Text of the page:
The Basics of the Exposure Triangle

Exposure Triangle Feature Image

The Basics of the Exposure Triangle

Each element of the exposure triangle impacts the others; changes to one will require changes to the others. Exposure is the amount of light allowed to reach the camera sensor and sets the mood for the photo. High exposure creates a “light and airy” feel while low exposure creates a “dark and moody” feel. Since “proper” exposure can vary depending on personal preference, I will only cover the basics for understanding how to manipulate Aperture, Shutter Speed, and ISO to achieve your vision. Just know that overexposed means there is too much light and underexposed means there is not enough light.

 

Exposure Triangle

 

The Basics Of The Exposure Triangle

If your photos need more light, you can adjust the exposure in one or more of the following ways:

 

  • – Open your aperture. As I went over in Aperture Made Simple, this means reducing your f stop number
  • – Decrease shutter speed, as in a slower shutter speed
  • – Increase ISO

The opposite is true if you want less exposure:

 

  • - Smaller aperture
  • – Increase shutter speed, as in a faster shutter speed
  • – Decrease ISO

 

Informational Graphic showing the settings from the least light to the most light for the three elements of the exposure triangle - ISO, shutter speed, and aperture.

When you’ve decided on a shutter speed but the image is underexposed, then you can open the aperture and/or increase the ISO for more exposure. If the image is overexposed and you want less exposure, then use a narrow aperture or decrease the ISO.

 

Moonrise

If you’re set on your aperture instead, you could decrease your shutter speed and/or increase your ISO to get more exposure. Or increase shutter speed and decrease ISO for less exposure.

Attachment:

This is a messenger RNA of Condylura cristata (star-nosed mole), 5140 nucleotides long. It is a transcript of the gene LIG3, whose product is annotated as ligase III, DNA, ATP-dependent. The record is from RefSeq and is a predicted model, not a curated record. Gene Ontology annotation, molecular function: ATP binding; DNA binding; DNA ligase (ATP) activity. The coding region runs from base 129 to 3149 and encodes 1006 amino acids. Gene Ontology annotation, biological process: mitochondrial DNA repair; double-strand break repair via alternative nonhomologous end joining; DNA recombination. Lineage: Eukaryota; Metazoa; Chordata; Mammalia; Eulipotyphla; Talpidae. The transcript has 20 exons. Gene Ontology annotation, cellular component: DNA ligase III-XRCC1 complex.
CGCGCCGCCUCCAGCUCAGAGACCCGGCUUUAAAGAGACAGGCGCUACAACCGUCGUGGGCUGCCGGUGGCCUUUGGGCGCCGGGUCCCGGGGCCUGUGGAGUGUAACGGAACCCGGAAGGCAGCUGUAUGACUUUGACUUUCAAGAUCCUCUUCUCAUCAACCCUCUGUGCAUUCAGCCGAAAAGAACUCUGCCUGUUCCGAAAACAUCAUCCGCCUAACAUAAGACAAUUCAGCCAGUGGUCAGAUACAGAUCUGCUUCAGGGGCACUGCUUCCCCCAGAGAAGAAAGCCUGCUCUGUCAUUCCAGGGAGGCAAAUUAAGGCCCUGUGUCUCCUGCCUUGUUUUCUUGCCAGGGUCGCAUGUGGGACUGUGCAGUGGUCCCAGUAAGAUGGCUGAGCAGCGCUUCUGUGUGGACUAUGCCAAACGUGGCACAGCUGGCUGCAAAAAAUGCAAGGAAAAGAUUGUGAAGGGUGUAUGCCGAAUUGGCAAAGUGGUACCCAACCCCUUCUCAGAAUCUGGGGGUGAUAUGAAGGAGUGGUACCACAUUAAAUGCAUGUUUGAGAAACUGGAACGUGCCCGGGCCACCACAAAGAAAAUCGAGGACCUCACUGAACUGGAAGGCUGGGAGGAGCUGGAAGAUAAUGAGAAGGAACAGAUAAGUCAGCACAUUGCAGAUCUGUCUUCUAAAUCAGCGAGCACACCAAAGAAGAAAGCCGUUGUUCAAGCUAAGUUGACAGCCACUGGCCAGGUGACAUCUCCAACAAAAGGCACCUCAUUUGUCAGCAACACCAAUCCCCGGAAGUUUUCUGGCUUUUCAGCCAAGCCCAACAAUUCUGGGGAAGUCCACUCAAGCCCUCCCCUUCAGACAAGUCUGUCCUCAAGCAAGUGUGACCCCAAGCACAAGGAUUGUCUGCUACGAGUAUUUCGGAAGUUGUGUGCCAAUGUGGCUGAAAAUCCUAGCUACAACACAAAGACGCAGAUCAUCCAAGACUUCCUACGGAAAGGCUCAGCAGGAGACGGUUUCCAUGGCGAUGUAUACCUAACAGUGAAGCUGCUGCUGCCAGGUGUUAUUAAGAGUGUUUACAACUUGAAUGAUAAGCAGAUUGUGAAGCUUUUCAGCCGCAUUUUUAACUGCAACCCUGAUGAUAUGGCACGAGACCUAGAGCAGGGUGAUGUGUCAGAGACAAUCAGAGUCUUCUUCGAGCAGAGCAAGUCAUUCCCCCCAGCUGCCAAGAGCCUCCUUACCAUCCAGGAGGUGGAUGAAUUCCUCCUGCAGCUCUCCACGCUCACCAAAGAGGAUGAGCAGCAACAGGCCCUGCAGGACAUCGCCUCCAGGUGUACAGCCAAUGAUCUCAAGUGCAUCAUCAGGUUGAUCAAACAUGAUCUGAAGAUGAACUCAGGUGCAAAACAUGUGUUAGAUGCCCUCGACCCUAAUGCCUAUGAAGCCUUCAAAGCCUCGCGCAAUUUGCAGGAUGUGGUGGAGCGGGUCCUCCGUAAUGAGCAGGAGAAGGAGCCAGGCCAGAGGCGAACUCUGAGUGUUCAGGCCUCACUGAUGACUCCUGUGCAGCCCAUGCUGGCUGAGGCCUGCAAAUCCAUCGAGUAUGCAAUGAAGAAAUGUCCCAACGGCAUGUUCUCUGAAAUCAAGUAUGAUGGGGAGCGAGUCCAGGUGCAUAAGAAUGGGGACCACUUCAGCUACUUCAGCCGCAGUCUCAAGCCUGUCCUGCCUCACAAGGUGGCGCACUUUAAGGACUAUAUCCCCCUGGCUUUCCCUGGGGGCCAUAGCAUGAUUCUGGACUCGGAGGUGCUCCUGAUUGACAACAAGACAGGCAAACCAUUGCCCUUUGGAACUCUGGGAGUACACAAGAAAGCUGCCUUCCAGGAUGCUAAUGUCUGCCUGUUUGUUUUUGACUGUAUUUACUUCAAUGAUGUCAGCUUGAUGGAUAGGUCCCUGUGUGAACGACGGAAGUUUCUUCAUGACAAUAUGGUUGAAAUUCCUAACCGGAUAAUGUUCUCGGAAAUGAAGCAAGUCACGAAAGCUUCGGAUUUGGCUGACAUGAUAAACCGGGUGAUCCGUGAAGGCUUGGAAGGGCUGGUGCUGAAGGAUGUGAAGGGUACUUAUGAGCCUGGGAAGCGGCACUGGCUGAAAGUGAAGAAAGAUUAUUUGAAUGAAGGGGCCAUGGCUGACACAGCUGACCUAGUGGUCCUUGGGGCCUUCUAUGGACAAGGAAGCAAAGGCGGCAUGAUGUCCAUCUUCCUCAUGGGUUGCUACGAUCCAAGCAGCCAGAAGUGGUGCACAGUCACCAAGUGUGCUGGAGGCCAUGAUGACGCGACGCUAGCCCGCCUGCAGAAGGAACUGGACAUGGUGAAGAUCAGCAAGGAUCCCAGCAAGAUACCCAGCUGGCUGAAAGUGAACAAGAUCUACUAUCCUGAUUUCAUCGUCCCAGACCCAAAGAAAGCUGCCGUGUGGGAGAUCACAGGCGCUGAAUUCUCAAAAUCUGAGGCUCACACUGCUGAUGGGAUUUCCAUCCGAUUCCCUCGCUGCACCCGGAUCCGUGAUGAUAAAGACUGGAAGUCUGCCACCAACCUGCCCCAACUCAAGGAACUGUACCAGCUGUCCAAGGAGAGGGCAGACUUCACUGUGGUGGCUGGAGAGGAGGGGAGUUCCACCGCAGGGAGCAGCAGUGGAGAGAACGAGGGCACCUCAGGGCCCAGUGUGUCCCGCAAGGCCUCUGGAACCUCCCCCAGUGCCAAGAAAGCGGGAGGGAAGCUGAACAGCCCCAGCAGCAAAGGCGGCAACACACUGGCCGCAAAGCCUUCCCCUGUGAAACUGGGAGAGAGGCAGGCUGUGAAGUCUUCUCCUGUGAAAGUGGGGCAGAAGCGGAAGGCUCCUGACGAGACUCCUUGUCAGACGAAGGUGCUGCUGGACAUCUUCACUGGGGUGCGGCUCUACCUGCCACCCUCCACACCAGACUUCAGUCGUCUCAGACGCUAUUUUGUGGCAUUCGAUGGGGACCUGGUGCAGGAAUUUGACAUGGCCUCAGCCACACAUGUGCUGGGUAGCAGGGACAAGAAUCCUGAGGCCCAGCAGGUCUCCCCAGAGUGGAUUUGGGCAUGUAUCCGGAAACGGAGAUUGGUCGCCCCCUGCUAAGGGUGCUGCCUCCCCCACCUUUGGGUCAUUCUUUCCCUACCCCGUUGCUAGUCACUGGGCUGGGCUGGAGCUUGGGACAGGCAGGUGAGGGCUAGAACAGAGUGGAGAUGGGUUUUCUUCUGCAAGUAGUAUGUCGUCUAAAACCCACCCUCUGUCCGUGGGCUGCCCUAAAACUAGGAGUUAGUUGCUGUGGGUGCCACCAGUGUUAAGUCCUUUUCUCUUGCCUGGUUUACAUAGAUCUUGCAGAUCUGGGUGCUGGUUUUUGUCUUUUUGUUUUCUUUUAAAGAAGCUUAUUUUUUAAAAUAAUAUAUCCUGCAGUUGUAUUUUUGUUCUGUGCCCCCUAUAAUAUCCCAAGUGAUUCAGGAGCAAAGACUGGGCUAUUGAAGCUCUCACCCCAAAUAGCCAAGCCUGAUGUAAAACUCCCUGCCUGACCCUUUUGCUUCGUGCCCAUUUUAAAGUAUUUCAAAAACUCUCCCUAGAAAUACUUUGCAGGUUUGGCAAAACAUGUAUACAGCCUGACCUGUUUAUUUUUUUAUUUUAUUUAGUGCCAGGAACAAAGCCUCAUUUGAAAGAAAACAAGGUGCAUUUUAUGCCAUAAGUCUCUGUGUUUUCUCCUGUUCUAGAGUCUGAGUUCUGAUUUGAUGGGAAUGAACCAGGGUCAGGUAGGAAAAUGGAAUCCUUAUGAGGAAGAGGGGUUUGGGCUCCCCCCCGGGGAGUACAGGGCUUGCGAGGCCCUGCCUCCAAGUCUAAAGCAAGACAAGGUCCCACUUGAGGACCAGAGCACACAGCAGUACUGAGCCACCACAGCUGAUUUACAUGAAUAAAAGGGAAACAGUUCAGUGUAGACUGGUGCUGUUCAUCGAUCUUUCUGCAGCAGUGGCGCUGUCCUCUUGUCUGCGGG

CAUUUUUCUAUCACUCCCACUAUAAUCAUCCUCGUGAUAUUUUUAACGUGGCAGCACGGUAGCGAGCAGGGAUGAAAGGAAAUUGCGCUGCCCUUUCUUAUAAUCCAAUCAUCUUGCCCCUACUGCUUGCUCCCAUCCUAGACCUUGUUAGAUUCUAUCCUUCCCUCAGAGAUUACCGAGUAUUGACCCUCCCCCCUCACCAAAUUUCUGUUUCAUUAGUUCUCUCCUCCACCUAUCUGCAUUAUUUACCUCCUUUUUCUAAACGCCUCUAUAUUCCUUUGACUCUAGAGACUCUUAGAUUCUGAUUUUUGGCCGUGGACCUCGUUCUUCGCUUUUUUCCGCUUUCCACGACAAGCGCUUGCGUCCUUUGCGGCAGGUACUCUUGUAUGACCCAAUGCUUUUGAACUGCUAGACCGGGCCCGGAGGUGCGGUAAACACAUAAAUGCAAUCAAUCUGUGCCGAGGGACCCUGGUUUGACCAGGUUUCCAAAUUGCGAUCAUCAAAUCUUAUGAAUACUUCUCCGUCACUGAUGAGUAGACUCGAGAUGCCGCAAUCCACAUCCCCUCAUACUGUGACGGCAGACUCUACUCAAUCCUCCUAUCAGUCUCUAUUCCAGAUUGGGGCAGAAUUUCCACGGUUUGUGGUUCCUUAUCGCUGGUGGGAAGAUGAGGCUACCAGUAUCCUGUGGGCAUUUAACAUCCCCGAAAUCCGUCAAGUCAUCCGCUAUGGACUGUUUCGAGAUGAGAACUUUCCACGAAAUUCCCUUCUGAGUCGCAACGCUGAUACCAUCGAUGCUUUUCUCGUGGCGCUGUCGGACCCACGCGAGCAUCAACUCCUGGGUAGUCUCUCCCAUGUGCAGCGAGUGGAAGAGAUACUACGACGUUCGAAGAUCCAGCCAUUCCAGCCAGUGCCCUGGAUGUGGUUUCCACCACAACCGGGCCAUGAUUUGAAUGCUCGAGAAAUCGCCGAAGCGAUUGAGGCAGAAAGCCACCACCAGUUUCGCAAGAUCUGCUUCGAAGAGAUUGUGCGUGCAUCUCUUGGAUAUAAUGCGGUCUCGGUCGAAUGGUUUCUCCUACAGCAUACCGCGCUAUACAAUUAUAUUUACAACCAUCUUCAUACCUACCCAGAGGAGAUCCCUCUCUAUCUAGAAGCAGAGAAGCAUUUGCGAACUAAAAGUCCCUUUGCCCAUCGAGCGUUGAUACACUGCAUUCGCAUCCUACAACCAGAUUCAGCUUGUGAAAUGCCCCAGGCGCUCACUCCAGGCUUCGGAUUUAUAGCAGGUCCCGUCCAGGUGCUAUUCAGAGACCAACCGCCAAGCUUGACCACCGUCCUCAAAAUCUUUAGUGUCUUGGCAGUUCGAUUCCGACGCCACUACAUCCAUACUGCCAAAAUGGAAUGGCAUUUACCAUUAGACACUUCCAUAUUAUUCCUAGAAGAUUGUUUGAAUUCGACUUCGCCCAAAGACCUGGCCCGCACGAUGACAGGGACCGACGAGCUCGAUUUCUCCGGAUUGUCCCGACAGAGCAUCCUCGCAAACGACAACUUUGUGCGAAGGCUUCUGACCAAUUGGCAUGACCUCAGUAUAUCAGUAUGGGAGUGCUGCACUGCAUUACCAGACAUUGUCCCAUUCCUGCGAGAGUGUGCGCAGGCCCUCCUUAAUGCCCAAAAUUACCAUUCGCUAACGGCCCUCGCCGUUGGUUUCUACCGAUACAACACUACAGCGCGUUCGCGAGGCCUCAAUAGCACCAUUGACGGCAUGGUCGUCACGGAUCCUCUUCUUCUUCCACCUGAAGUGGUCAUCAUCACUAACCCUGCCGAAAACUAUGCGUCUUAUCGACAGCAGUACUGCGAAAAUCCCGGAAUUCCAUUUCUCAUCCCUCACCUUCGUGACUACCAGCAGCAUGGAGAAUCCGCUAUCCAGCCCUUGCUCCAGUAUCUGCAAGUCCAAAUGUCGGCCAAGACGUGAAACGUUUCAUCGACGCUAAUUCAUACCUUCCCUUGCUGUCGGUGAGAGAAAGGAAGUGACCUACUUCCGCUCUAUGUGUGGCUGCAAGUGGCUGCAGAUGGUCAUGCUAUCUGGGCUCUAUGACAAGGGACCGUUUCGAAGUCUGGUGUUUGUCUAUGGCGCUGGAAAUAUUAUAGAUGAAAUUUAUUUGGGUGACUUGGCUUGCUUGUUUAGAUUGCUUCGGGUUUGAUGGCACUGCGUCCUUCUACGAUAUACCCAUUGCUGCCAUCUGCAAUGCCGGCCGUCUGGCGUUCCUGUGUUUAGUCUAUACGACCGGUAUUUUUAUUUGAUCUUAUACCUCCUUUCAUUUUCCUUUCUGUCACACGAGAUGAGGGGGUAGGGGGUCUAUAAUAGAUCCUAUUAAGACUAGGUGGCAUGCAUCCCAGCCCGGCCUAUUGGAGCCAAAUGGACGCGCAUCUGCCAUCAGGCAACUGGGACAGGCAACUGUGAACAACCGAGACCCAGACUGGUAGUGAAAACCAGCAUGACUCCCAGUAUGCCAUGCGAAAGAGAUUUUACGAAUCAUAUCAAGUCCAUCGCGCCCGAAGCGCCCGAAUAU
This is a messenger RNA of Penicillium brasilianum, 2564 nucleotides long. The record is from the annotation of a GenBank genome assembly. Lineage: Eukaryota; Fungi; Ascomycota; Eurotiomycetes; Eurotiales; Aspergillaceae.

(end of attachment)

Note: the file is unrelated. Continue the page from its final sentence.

Since the biggest impact of ISO amount of digital noise in a photo, it’s best to set aperture and shutter speed first and then determine an appropriate ISO. If aperture and shutter speed are a priority, then your only option for more exposure is to increase the ISO. You can generally use a pretty high ISO before noise is noticeable, however, if you want a lower ISO, then you would need to decrease the shutter speed and/or open the aperture to increase exposure. If you do not wish to change two of the exposure settings, then the third is the only option for changing the exposure

 

Examples of Using The Exposure Triangle

 

Camping at Big Bend National Park at night.

In this photo, I set the aperture to f/22 for sharp landscape lines and the ISO to 100 for minimal noise.  The only option to get adequate exposure with these settings was to increase the shutter speed to 30 seconds. 

 

Conversely, I used a very fast shutter speed, 1/4000, and a fairly low f-stop, f/4, in this photo. Â To get enough exposure, I needed to increase my ISO 12800. If 12800 was too much noise, my first thought would have been to decrease the amount of time the shutter is open.

There is no hard and fast rule on how to choose the exposure settings for a particular scene. If you see that an image is over or underexposed, look at your settings to see what you can tweak. If you don’t like the exposure and don’t want to adjust the shutter speed, there are a variety of ways to manipulate ISO and aperture to adjust the exposure.

 

Test Yourself

The photo below is overexposed, what could I have changed to get better exposure?

Camera Settings:

ISO: 100

Shutter Speed: 1/125

Aperture: f/5.6

 

Test yourself example for improving your knowledge of the exposure triangle.

 

Answer

Answer: Increase shutter speed, as in use a faster shutter speed.

Explanation: ISO was already as low as it could go and the aperture wasn’t that high.  But the shutter speed could have been much faster.

 


 

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